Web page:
Wednesday, February 03, 2010

Army Sgt. 1st Class Matthew S. Sluss-Tiller

Remember Our Heroes

Army Sgt. 1st Class Matthew S. Sluss-Tiller, 35, of Catlettsburg, Ky.

SFC Sluss-Tiller was assigned to the 96th Civil Affairs Battalion (Airborne), 95th Civil Affairs Brigade (Airborne), Fort Bragg, N.C.; died Feb. 3, 2010 in Timagara, Pakistan, from wounds suffered when insurgents attacked his unit with an improvised explosive device. Also killed were Army Sgt. 1st Class David J. Hartman and Army Staff Sgt. Mark A. Stets Jr.

Sgt. 1st Class Matthew S. Sluss-Tiller was born on Feb. 14, 1974, in Ashland, Ky. He graduated from Lawrence County High School in 1993.

He died of wounds suffered from an improvised explosive device in the Lower Dir District of Pakistan’s Northwest Frontier Province, Feb. 3, while deployed in support of Operation Enduring Freedom.

He enlisted in the United States Army Reserves as a heavy construction mechanic in 1991 and served at the 261st Ordnance Company located at Cross Lanes, West Va. In 1993, he enlisted in the U. S. Army as a signal specialist and served at Fort Bragg N.C., Kitzengin, Germany, and Kuwait.

He was assigned to the 96th Civil Affairs Battalion (Airborne), 95th Civil Affairs Brigade (Airborne) at Fort Bragg, N.C., in April 2009 and has served as a civil affairs noncommissioned officer in Civil Military Operations Cell and most recently as team sergeant of Civil Affairs Team 622.

During his career, he deployed to Afghanistan in support of Operation Enduring Freedom, Iraq in support of Operation Iraqi Freedom, and Operation Joint Guardian, Kosovo.

His awards and decorations include the Meritorious Service Medal, Army Commendation Medal, Joint Service Achievement Medal, Army Achievement Medal, National Defense Service Medal, Kosovo, Afghanistan and Iraq Campaign Medals, and Global War on Terrorism Service Medal. He was also awarded the Senior Parachutist’s Badge, Gold Recruiter’s Badge, and German Jump wings.

Sgt 1st Class Sluss-Tiller is a graduate of the U.S. Army Airborne Course, U.S. Army Jumpmaster Course and Master Jumpmaster Course, Air Movement Operations Course, Military Transition Team Course, Civil Affairs Qualification Course, and the Advanced and Basic Noncommissioned Officer courses.

Matthew Sluss-Tiller, a 1993 graduate of Lawrence County High School, was one of three American troops who died in the blast, which occurred outside a girls’ school in northwestern Pakistan. Three students also died in the blast.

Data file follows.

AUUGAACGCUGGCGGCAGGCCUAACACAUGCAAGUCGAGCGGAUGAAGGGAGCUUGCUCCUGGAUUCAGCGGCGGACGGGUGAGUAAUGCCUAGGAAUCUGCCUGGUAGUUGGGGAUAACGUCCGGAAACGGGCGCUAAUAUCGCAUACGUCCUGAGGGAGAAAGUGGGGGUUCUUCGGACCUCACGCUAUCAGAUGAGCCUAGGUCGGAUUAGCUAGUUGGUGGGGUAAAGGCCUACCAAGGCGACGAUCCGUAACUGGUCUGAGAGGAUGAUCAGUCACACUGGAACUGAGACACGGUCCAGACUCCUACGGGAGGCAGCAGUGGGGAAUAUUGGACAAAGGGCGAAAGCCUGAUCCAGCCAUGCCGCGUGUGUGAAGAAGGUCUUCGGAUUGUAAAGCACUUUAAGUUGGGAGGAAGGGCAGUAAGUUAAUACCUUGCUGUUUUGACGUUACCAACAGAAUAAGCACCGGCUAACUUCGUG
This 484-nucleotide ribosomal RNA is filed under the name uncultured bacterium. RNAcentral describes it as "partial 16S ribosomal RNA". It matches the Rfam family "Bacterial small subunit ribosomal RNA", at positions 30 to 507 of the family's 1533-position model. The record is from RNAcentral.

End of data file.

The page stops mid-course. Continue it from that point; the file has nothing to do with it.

Various news organizations reported that Sluss-Tiller and his fellow soldiers were part of a small unit that trains Pakistani Frontier Troops responsible for security near the country’s border with Afghanistan. Their deaths were the first known U.S. military fatalities in Pakistan’s lawless tribal regions near the Afghan border.

Journalists traveling with the American convoy said the blast hit the vehicle in which the soldiers were riding, an indication that the soldiers were targeted.

Brenda Thornbury, an art teacher at LCHS, said Sluss-Tiller was one of her students in high school, and that the two remained friends even after he graduated.

She said Sluss-Tiller would always stop by her classroom to visit whenever he came to the school to see his mother, Jane Blankenship, a special-needs teacher.

On Thursday, Thornbury recalled Sluss-Tiller as a “wonderful, well-mannered and respectful” young man who expressed a desire to be in the military all throughout high school.

“He was always eager to do whatever he needed to do to serve his country,” she said.

Sluss-Tiller also was deeply religious and had a strong faith in God, she said.

Thornbury said she learned of Sluss-Tiller’s death Wednesday night, and that the news hit her hard. “It just doesn’t seem real,” she said.

She also said Sluss-Tiller’s death was a major topic of conversation among the adults at the high school on Thursday.

Thornbury said she hadn’t spoken to Sluss-Tiller since his mother retired several years ago and moved to North Carolina to be closer to her son, his wife, Melissa, and the couple’s 3-year-old daughter, Hannah.

“She wanted to be able to baby-sit and help take care of her grandchild,” she said.

Sluss-Tiller called her last year and used her as a reference for an overseas mission, she said. “He called me his school mom,” Thornbury said.

The military never called her to talk about her former student, she said. “I knew it was dangerous,” she said.

"Both Matthew and David are heroes in my mind — they volunteered to come to Army Special Operations and the 95th Civil Affairs Brigade, they both believed in what they were doing, and they were committed to helping people in a place where violence against innocent populations was too often commonplace,” brigade commander Col. Michael J. Warmack said in a statement. “In the pursuit of what they believed, they made the ultimate sacrifice.”

Sluss-Tiller and his wife were high school sweethearts, Thornbury said, although she said she didn’t know Melissa Sluss-Tiller very well. Matthew Sluss-Tiller was based out of Fort Bragg. His wife works as a counselor at the base.

He is survived by his wife, Melissa, and daughter Hannah of Sanford, N.C., his mother and stepfather Jane and Forest Blankenship of Sanford, N.C., father and stepmother Edward and Von Tiller of Sevierville, Tenn., and stepsister Selena Dawn Pack.

Army Sgt. 1st Class Matthew S. Sluss-Tiller was killed in action on 2/3/10.

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